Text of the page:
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Security Can’t Be Purchased

Sun., May 28, 1995

FOR THE RECORD: (June 4, 1995): The U.S. Geological Survey’s maps are available in room 135 of the downtown Spokane Post Office, 904 W. Riverside. The location was listed incorrectly in Chris Peck’s column last Sunday.

Bought a stamp lately? The 32-cent transaction now takes place beneath the watchful gaze of a security guard at the downtown Spokane Post Office. If you want a topographic map from Spokane’s federal building for a weekend camping trip, remember this: A venture into the federal building now requires stopping at the door and giving up your Swiss Army knife.

There is a new buzzword in Spokane these days: security.

It’s the eight-letter word for fear.

The push for more security began as an unexpected side effect of thinking of ourselves as a bigger-city: A city with 22 identifiable gangs.

A city where reports of major crime rose 7 percent last year, as the nation’s major crime rate dropped 3 percent.

A city where the mentally ill congregate because of massive state deinstitutionalization efforts.

A city with the largest prison in the state of Washington.

A city where juvenile offenders must make reservations months in advance to spend a weekend in jail.

Now, in the wake of the bombing of the federal building in Oklahoma City, the rush to make Spokane more secure has accelerated to a stampede.

Card-only access to parking lots quickly went into the federal buildings.

Concrete barriers were dropped in front of the U.S. Court House.

The FBI offered security training to Intermountain Forest Industry Association staffers in Coeur d’Alene following the letter-bomb assassination of a forest industry lobbyist in California.

All of this has changed the feel of Spokane and the region.

It’s not as friendly, accessible, or casual as before.

The barriers designed to protect us from the worst, also restrain and restrict our community in ways that don’t seem to quite fit who we thought we were.

Mike Stultz noticed it right away.

Stultz moved to Spokane from California because he wanted a less hectic lifestyle and more time to hunt and fish.

In California he served as director of security for the Stanford University Hospital.

This spring in Spokane, he hired on as supervisor for security services for Sacred Heart Medical Center.

So far, he hasn’t had much time for hunting or fishing.

“I found out the time is way past for Spokane to get more serious about security,” he said a few days ago. “I didn’t expect to find what I saw here.” He saw weapons routinely showing up in the emergency room.

He saw unusually high numbers of mental patients on the streets and in the city’s public places.

He saw massive alcohol and drug abuse that often led to violence.

“And unfortunately, I see the problems getting worse before they get better,” Stultz said.

Sacred Heart already has begun a major redesign of its emergency room so it can quickly segregate any patients who arrive with weapons or who appear violent.

Deaconess Medical Center’s emergency room already has a metal detector.

But Stultz doesn’t advocate turning hospitals, or other Spokane buildings and institutions into fortresses.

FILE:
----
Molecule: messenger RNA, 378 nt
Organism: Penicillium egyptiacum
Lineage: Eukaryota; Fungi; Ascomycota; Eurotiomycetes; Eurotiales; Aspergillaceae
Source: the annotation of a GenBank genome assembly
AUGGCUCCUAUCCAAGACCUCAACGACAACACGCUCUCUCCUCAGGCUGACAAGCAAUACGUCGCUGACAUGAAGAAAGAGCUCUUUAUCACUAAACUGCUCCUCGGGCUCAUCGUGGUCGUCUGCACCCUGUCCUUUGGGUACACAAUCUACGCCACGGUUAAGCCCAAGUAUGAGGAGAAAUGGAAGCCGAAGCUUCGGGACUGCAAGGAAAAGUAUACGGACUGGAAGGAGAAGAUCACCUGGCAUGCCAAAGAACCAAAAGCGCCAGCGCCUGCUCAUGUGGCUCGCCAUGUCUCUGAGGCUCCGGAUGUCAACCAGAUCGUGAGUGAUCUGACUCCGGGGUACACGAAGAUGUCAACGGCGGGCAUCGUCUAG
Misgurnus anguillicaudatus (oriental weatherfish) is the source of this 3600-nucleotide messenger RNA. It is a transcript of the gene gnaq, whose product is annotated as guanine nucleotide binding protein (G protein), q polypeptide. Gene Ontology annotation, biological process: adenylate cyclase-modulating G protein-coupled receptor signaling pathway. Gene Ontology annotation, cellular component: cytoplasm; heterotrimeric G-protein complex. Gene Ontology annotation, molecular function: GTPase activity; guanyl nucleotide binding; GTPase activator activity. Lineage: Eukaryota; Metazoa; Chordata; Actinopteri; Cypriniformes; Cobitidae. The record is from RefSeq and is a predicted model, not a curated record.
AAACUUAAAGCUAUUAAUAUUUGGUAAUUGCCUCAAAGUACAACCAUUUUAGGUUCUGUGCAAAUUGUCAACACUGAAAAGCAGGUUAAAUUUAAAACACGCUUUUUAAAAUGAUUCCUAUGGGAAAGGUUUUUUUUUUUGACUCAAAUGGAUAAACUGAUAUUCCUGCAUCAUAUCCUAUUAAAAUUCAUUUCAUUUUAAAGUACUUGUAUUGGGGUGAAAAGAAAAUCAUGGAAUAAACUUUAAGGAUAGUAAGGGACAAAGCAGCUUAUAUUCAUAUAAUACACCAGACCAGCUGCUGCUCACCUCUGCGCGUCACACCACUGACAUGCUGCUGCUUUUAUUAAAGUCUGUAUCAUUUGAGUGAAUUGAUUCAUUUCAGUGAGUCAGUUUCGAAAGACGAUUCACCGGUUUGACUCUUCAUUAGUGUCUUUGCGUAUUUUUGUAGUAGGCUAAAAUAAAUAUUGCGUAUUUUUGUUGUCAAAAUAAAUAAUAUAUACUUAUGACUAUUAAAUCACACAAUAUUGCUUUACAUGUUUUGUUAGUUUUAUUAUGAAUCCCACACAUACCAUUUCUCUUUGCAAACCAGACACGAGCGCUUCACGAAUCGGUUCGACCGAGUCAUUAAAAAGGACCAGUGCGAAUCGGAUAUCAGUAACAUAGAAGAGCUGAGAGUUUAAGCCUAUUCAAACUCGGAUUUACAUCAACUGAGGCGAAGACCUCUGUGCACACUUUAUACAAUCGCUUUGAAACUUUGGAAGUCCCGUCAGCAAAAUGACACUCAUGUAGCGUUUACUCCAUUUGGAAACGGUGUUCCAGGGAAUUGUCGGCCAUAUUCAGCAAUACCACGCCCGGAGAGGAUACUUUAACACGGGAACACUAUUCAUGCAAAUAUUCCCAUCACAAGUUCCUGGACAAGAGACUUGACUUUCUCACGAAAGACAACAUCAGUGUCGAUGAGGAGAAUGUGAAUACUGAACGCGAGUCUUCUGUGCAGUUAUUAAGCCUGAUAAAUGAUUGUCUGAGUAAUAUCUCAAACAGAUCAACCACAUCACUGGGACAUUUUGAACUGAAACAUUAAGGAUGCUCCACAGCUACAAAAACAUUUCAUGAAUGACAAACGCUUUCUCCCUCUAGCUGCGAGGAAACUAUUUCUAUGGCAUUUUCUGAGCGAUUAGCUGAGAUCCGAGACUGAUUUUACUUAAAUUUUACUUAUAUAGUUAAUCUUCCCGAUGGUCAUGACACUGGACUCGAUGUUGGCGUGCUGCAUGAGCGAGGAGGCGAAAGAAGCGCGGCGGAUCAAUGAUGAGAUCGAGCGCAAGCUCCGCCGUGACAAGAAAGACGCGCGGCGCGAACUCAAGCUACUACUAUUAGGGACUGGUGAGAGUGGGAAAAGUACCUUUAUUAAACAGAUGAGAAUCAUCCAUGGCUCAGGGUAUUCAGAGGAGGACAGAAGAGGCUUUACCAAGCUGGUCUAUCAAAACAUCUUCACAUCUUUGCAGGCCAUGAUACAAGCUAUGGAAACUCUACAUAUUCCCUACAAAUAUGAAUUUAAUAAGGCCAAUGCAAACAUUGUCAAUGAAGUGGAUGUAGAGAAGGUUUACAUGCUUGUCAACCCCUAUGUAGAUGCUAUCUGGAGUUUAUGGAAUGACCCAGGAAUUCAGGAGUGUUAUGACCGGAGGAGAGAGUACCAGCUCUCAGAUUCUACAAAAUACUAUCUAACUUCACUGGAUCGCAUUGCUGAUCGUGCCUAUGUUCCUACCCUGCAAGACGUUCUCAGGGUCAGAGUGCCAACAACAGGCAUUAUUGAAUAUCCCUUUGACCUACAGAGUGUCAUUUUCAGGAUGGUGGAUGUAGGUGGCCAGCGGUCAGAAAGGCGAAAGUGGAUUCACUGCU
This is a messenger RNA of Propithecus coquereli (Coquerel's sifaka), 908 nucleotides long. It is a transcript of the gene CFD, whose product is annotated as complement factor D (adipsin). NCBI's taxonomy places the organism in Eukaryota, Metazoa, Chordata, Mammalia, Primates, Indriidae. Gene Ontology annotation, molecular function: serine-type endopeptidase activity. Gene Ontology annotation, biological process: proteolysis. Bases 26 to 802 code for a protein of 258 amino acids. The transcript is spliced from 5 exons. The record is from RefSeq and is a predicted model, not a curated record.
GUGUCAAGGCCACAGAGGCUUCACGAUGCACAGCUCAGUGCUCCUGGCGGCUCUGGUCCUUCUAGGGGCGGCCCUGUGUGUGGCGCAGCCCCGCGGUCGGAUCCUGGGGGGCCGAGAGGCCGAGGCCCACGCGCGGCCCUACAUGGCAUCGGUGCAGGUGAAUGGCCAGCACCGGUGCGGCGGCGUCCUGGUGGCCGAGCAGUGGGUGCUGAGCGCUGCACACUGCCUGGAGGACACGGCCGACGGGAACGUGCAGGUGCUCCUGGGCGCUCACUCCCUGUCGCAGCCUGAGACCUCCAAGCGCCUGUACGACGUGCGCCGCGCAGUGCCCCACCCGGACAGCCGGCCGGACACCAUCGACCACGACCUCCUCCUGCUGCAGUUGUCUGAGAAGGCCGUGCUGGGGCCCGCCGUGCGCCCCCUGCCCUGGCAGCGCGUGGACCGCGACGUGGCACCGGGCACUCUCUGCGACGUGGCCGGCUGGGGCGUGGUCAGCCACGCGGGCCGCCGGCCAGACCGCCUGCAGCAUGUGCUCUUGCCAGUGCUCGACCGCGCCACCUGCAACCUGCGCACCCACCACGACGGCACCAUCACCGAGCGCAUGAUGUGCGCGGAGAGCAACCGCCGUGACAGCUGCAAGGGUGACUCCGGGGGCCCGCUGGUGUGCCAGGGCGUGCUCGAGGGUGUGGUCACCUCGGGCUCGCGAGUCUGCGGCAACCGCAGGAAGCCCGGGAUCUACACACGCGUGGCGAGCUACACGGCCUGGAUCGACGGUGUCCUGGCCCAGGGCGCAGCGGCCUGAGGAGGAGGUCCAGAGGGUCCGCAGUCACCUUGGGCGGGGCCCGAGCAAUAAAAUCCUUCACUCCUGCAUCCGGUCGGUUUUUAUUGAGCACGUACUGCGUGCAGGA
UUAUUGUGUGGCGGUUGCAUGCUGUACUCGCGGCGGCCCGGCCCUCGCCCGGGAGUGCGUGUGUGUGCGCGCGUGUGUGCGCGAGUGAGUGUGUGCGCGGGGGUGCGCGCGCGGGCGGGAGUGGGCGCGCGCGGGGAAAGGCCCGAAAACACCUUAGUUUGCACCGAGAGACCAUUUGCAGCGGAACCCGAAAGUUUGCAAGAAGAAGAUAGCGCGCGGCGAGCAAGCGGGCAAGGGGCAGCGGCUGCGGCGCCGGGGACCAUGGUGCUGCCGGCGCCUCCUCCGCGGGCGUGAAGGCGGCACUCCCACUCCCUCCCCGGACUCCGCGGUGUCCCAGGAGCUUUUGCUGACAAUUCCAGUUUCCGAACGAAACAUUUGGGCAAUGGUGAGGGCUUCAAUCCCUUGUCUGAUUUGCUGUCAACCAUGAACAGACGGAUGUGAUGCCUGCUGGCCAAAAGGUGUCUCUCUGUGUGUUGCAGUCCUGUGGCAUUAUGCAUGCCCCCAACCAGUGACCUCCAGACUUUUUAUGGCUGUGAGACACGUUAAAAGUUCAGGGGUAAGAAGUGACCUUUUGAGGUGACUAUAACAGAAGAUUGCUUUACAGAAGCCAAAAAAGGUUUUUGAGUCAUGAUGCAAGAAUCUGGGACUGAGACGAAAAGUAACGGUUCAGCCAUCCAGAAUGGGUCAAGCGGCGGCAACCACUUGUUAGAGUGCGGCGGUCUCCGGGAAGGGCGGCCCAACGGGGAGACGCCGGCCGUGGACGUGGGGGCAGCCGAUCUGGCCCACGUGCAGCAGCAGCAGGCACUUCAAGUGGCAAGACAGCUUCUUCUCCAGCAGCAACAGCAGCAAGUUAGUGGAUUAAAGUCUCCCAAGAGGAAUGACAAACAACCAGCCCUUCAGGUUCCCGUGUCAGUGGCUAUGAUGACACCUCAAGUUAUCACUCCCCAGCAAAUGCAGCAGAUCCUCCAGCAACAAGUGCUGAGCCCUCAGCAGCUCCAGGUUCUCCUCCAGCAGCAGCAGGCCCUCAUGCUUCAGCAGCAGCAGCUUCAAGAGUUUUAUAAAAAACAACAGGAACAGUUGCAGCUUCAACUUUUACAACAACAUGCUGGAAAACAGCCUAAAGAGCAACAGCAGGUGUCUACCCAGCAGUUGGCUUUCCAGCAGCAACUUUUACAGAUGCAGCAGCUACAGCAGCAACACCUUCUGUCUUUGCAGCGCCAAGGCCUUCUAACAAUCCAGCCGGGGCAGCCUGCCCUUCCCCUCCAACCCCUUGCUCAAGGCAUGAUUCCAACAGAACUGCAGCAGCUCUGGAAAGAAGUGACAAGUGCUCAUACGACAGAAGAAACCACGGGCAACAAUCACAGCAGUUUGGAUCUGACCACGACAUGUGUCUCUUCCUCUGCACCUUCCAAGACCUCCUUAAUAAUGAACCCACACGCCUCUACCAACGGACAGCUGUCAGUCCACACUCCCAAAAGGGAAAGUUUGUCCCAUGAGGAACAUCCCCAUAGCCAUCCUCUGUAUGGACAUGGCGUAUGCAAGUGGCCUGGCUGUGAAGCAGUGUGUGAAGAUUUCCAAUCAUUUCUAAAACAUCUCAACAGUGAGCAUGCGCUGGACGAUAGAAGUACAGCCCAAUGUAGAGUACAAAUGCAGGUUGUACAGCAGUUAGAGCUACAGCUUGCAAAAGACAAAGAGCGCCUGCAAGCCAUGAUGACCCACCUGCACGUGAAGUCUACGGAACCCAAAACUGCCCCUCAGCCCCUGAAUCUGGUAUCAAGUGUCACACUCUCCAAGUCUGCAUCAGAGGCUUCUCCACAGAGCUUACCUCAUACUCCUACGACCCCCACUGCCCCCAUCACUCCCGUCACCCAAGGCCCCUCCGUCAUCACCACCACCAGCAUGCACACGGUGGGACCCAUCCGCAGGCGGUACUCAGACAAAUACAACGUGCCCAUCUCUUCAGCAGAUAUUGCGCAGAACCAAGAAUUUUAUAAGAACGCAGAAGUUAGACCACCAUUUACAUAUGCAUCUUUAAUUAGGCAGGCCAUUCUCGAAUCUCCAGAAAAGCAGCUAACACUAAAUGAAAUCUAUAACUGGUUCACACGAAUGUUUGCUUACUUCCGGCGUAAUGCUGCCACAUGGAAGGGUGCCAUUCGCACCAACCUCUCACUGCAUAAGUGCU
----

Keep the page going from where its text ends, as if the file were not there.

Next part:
It won’t work, he believes, and it isn’t the best thing for a community.

“There has to be a balance between making your institutions safe but open versus turning them into fortresses,” he said.

“In the hospitals, for example, you really want to maintain as open and as inviting a campus as you can because people feel more comfortable. If they are more comfortable they are less likely to act out under stress, or illness or injury.”

Instead of metal detectors, Stultz has suggested softer lights in the hospital, more earth tones in the emergency rooms and chairs that are too heavy to throw, but still comfortable to occupy.

Interestingly, a version of this philosophy is being embraced in neighborhoods as a way of coping with crime and security issues.

Law enforcement experts now understand that long-term security cannot be guaranteed simply by building walled communities in the suburbs and having everyone try to hide in them. The crime and violence just follow.

Instead, community security seems to depend more on having neighbors know one another and watch out for one another.

Of course cities still need ample, permanent places and programs for those who simply cannot function in an open society. A jail, a mental ward, a secure room in a hospital where an unstable person might be treated are essential to true security.

Unfortunately, Mike Stultz doesn’t see much hope for these cures in the near term.

“We seem to be moving toward a system where state government will be getting block grants and deciding where that money will be spent,” he said. “As a result, I think the people who shout the loudest will get the money. Those people shouting loudest won’t be the ones who have alcohol problems, or mental problems.”

Building a sense of shared purpose and realistically separating out dysfunctional people represent the best, long-term ways to establish safety and security.

Until we recognize this, Mike Stultz and other security directors likely will be busy putting in metal detectors and surveillance cameras.

, DataTimes MEMO: Chris Peck is the Editor of The Spokesman-Review. His column appears each Sunday on the Perspective page.

Chris Peck is the Editor of The Spokesman-Review. His column appears each Sunday on the Perspective page.

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